NEWSLETTERS - Everest 2014

The Daily Moraine - Everest 2014 #46 June 2014


The day of the avalanche

by Russell Brice

On the day of the avalanche, Himalayan Experience were very lucky not be involved as we had 19 Sherpas carrying loads to C2 that day. At the time of the avalanche, which was below C1, they were returning from C2 to C1 and those that arrived early were erecting our C1 emergency tent where we store carry mats, sleeping bags, stoves, food, oxygen, first aid equipment and shovels. The fact that they were putting up this tent meant that my Sherpa staff had not started down through the Icefall which, if they had, would have put them in the avalanche zone at the wrong moment. But of course the rescue equipment which we had stashed at C1 immediately became useful and I know that the oxygen equipment helped stabilise one of the injured Sherpas from another team. I kept my Sherpa staff at C1 until I could see that they were not required during the rescue efforts, however on the way down they conducted a transceiver search, but found no signals.

I have been providing my Sherpas with transceivers for four years now, and make it compulsory for them to wear them going through the Icefall. They will not stop an avalanche nor stop someone from being killed, however they will speed up the rescue and location of survivors or bodies, which will reduce the length of time that rescuers have to spend searching, often without success.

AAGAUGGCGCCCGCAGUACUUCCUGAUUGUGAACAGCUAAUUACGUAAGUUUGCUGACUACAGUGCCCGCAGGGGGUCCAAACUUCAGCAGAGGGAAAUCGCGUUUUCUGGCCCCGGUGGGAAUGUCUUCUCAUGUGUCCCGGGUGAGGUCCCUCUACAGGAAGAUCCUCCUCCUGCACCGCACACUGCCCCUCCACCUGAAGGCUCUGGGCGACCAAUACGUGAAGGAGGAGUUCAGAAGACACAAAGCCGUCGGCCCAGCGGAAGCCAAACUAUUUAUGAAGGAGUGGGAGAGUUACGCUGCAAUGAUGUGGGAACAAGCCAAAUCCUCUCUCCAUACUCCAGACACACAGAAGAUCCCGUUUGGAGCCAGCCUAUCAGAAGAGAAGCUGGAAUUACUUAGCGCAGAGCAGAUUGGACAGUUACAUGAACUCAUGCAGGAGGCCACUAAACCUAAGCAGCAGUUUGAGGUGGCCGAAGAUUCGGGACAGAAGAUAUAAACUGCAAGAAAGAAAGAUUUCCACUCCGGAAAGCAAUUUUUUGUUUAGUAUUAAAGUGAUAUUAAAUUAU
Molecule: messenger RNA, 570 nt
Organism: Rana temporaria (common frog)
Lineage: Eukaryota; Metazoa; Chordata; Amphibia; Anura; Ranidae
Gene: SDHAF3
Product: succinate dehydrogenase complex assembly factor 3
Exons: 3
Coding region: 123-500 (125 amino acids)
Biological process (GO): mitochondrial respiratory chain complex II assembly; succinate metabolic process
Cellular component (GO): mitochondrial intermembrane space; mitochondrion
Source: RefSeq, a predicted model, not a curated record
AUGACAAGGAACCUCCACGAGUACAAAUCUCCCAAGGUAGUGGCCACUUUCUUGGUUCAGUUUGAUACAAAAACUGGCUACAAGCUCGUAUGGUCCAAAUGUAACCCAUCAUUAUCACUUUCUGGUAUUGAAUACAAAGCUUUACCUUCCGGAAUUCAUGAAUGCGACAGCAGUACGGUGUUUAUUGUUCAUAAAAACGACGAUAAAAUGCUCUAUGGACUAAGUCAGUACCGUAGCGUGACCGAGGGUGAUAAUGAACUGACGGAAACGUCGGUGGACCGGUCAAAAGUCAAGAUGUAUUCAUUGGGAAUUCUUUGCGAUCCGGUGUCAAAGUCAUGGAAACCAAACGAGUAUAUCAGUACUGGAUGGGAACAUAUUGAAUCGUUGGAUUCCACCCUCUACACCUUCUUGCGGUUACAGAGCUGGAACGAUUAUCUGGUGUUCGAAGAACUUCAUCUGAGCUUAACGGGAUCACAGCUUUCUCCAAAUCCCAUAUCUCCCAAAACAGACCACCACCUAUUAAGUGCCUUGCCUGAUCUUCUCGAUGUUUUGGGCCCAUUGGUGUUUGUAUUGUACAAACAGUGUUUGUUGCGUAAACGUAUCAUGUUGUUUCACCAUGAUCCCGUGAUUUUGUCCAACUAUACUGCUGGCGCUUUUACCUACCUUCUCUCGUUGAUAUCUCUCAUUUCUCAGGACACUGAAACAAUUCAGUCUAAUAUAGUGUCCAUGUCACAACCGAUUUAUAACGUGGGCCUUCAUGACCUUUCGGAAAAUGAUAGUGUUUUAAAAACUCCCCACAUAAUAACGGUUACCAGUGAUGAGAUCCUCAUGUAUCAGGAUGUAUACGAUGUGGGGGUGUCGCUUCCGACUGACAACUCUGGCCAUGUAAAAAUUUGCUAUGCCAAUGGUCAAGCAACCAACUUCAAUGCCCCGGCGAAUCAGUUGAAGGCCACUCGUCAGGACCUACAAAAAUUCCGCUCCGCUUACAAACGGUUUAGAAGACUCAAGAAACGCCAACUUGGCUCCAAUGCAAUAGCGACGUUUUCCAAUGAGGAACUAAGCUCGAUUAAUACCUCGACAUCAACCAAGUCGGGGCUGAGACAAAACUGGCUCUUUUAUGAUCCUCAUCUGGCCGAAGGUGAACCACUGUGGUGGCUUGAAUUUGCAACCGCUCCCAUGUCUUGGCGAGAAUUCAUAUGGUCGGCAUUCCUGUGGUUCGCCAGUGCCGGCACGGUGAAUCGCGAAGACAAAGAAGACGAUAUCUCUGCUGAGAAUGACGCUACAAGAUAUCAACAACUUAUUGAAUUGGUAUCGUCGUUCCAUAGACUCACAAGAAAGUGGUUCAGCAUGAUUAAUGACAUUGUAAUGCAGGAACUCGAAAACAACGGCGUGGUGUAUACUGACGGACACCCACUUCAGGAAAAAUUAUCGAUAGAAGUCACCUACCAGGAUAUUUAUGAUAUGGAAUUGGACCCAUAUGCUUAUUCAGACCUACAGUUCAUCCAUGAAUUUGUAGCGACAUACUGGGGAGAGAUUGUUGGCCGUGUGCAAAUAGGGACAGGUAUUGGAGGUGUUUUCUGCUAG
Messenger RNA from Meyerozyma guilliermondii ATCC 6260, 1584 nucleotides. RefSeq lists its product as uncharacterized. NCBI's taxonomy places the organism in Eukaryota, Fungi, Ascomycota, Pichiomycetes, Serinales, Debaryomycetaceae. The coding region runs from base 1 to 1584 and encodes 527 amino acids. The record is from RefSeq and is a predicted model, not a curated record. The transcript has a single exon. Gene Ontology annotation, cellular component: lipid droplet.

All of my Sherpas also carry a radio and have to check in at various places, the start of the fixed ropes, the Football Field (about half way through the Icefall) C1, C2 and the same on the return journey, the times that each Sherpa reaches these positions is recorded in a log at BC, so it is easy to see in which part of the route anyone is at any time. Of course this speeds up my Sherpa locations in the event of an avalanche like on this day.

My Sherpas had already told our Sirdar, Phurba, that morning that there was a problem with one of the ladders and that we needed to get the Icefall Doctors to make repairs. It appears that there was already a traffic jam in this area at the time of the avalanche, so it is not surprising that there were so many killed and injured. I mentioned earlier about the numbers of Sherpas likely to be on this part of the route on a normal day, so maybe on this day there were more than 150 people in the Icefall.

The fact that this avalanche came from an ice cliff high on the West Shoulder meant that not only did it have a lot of ice blocks but it was also travelling at a very high speed and went a long way down the route.

Of course we are all affected by such an incident either directly or indirectly, and we all suffer from shock, but what is amazing is the way that everyone works together to co-ordinate such a massive rescue effort. We never have the chance to practise these logistics in advance but on the day everyone lent a helping hand. To see so many people running up the hill un-hesitantly putting themselves in danger in order to help others is most creditworthy - and so it goes on, a huge effort by all concerned including the various doctors around camp helping at the rescue site or at BC, the Himalayan Rescue Association (HRA) dealing with casualties that were delivered directly to their hospital tent and so on; far too many people to mention, but all appreciated.